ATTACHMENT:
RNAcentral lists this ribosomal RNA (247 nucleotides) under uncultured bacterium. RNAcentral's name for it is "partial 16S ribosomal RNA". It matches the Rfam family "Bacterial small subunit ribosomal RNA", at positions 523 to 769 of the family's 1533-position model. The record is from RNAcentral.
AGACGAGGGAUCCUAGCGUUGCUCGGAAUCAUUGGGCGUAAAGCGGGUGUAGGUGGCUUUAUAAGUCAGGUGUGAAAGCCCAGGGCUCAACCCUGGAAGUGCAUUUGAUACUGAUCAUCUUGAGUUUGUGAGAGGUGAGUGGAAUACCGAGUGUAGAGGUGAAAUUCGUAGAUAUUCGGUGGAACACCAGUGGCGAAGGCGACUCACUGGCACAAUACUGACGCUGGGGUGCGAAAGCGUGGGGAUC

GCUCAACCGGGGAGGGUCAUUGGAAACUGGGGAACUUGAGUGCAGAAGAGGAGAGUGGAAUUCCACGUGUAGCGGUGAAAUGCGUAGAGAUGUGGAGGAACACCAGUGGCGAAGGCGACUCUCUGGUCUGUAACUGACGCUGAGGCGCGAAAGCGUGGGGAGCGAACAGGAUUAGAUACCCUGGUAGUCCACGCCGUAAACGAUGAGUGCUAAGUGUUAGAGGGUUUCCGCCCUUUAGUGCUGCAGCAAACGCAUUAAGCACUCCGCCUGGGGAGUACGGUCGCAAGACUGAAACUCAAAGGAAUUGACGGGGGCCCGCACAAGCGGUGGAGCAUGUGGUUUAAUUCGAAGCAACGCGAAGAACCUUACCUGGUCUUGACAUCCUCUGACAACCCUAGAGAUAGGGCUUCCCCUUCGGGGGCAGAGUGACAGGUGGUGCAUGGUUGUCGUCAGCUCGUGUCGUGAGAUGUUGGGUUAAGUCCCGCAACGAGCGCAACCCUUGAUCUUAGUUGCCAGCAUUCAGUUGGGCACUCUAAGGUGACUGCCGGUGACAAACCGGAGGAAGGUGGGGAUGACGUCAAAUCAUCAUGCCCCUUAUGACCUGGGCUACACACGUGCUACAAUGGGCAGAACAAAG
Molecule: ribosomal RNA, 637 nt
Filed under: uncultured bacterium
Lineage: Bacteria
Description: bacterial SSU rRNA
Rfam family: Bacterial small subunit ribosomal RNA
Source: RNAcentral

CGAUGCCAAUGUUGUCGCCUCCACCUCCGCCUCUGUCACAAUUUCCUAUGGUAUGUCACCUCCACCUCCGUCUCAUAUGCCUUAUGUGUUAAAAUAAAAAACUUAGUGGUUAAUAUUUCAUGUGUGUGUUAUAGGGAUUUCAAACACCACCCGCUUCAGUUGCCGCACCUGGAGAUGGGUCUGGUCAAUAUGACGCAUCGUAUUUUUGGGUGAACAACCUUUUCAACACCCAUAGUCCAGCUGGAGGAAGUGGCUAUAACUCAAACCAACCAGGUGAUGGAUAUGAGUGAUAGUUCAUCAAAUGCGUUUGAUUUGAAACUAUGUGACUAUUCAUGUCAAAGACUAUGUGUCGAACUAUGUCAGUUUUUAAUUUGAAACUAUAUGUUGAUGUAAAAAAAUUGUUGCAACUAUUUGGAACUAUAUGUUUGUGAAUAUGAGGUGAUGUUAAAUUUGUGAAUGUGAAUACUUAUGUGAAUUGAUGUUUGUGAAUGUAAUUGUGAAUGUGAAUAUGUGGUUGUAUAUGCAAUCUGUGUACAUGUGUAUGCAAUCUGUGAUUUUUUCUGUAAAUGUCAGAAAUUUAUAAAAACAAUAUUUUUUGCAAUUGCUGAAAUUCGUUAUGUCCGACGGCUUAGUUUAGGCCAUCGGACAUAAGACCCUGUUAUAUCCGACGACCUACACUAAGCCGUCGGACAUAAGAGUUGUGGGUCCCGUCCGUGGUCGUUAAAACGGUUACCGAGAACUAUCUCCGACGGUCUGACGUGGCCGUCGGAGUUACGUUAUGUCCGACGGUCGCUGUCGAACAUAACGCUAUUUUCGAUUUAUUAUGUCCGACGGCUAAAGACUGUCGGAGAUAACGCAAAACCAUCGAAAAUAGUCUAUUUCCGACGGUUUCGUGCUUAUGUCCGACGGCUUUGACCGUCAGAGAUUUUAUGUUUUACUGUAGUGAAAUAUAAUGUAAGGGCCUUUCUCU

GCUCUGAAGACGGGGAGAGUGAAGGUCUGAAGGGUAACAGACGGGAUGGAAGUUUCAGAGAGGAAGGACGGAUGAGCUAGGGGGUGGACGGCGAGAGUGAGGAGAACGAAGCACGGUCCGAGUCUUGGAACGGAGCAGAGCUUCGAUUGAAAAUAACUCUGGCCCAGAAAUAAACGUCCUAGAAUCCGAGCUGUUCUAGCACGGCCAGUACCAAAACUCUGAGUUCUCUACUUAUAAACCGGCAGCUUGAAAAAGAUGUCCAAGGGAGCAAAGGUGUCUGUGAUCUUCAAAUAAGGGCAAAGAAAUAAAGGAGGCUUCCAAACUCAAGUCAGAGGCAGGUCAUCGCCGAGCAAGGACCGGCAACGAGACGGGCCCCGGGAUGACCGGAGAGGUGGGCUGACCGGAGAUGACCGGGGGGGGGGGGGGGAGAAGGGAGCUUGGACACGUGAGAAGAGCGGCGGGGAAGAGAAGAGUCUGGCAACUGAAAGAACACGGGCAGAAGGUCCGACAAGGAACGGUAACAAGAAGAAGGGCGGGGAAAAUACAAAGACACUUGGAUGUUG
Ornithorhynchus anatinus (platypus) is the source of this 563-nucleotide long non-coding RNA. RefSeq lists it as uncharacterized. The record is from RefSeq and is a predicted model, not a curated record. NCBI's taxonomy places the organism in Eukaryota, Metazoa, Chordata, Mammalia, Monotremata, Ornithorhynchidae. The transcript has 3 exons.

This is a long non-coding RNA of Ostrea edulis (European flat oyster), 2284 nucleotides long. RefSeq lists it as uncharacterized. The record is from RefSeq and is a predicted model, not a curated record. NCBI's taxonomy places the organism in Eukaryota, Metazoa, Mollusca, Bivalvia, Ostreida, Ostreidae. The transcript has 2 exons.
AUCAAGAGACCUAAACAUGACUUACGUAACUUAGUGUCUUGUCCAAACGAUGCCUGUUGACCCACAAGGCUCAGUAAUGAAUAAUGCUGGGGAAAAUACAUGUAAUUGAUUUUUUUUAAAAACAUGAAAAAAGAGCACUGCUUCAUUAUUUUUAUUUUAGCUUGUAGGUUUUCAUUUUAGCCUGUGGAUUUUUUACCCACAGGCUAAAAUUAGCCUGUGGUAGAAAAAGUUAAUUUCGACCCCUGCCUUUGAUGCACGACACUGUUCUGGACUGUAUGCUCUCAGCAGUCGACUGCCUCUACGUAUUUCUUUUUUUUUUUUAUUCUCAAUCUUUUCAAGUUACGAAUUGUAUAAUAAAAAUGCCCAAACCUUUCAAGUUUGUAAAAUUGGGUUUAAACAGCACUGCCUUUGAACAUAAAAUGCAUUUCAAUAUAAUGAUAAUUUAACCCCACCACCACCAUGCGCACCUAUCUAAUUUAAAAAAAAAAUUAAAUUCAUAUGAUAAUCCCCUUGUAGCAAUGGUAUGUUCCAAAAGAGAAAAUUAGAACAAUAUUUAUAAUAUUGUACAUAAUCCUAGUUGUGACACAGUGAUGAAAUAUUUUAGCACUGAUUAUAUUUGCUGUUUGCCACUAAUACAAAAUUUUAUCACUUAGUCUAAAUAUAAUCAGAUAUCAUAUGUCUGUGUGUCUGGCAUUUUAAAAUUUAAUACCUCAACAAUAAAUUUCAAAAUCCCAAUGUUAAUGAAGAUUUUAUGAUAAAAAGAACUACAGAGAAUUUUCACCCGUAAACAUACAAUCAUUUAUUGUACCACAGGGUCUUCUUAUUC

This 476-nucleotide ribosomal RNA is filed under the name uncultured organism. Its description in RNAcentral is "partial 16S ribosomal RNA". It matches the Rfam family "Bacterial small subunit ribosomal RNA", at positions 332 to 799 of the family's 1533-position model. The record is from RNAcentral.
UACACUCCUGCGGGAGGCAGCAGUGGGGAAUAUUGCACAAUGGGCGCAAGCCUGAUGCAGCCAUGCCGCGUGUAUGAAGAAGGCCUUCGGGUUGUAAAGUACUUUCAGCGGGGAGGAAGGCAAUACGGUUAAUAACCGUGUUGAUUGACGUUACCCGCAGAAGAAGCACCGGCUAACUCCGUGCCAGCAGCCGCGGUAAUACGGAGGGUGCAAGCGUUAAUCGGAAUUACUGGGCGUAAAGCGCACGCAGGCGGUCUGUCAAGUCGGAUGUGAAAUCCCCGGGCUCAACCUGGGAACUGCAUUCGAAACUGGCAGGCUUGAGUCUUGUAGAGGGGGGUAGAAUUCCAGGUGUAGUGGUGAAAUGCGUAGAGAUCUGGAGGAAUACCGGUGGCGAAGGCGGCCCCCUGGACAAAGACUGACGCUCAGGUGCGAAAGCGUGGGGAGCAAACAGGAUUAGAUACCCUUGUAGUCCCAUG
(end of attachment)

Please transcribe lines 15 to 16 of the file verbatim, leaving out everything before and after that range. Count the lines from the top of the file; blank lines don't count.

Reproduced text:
This 476-nucleotide ribosomal RNA is filed under the name uncultured organism. Its description in RNAcentral is "partial 16S ribosomal RNA". It matches the Rfam family "Bacterial small subunit ribosomal RNA", at positions 332 to 799 of the family's 1533-position model. The record is from RNAcentral.
UACACUCCUGCGGGAGGCAGCAGUGGGGAAUAUUGCACAAUGGGCGCAAGCCUGAUGCAGCCAUGCCGCGUGUAUGAAGAAGGCCUUCGGGUUGUAAAGUACUUUCAGCGGGGAGGAAGGCAAUACGGUUAAUAACCGUGUUGAUUGACGUUACCCGCAGAAGAAGCACCGGCUAACUCCGUGCCAGCAGCCGCGGUAAUACGGAGGGUGCAAGCGUUAAUCGGAAUUACUGGGCGUAAAGCGCACGCAGGCGGUCUGUCAAGUCGGAUGUGAAAUCCCCGGGCUCAACCUGGGAACUGCAUUCGAAACUGGCAGGCUUGAGUCUUGUAGAGGGGGGUAGAAUUCCAGGUGUAGUGGUGAAAUGCGUAGAGAUCUGGAGGAAUACCGGUGGCGAAGGCGGCCCCCUGGACAAAGACUGACGCUCAGGUGCGAAAGCGUGGGGAGCAAACAGGAUUAGAUACCCUUGUAGUCCCAUG